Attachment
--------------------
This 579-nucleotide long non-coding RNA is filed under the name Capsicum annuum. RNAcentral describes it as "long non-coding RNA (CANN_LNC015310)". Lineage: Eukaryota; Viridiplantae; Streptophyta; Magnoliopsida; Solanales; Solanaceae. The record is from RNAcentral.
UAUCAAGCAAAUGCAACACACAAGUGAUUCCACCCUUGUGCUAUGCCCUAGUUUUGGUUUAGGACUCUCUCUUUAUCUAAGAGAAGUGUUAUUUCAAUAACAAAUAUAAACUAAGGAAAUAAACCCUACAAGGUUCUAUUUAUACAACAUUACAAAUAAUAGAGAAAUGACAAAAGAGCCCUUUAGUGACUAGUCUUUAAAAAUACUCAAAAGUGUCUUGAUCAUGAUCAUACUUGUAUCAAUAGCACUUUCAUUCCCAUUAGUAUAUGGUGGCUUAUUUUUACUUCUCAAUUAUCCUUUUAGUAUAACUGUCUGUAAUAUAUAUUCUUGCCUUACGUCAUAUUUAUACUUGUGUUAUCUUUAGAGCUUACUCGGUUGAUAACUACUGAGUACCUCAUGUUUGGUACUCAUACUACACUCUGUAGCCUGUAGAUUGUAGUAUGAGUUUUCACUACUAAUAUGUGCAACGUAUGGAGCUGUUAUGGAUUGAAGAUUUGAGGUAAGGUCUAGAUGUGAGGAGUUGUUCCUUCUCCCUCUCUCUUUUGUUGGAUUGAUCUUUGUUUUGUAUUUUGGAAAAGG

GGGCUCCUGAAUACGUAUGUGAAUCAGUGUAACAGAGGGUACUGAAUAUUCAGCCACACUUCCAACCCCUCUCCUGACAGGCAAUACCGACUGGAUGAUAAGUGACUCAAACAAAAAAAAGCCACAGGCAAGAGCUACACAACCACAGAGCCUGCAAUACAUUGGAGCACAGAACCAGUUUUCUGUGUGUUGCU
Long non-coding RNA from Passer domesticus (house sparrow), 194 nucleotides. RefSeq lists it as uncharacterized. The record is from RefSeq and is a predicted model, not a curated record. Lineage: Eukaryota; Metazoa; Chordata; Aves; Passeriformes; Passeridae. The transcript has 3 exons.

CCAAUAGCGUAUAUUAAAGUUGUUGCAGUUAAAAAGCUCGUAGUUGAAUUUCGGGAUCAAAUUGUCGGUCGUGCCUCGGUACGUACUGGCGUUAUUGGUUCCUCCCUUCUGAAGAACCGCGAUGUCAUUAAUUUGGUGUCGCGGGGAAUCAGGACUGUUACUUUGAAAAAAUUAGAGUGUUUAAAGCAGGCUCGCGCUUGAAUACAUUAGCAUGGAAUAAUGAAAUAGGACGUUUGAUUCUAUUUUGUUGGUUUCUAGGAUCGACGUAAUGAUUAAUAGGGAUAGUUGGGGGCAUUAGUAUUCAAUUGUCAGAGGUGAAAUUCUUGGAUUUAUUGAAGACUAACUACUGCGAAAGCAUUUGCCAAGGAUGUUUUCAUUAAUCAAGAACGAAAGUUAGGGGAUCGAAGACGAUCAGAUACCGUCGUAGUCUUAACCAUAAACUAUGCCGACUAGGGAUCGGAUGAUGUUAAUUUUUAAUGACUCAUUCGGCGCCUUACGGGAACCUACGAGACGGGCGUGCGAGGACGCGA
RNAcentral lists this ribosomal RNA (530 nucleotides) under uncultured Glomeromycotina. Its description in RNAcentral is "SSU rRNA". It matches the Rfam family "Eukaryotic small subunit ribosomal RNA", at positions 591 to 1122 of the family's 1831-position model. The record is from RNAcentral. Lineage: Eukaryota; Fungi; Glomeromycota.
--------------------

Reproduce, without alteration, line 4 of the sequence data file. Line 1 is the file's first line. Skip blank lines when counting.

Long non-coding RNA from Passer domesticus (house sparrow), 194 nucleotides. RefSeq lists it as uncharacterized. The record is from RefSeq and is a predicted model, not a curated record. Lineage: Eukaryota; Metazoa; Chordata; Aves; Passeriformes; Passeridae. The transcript has 3 exons.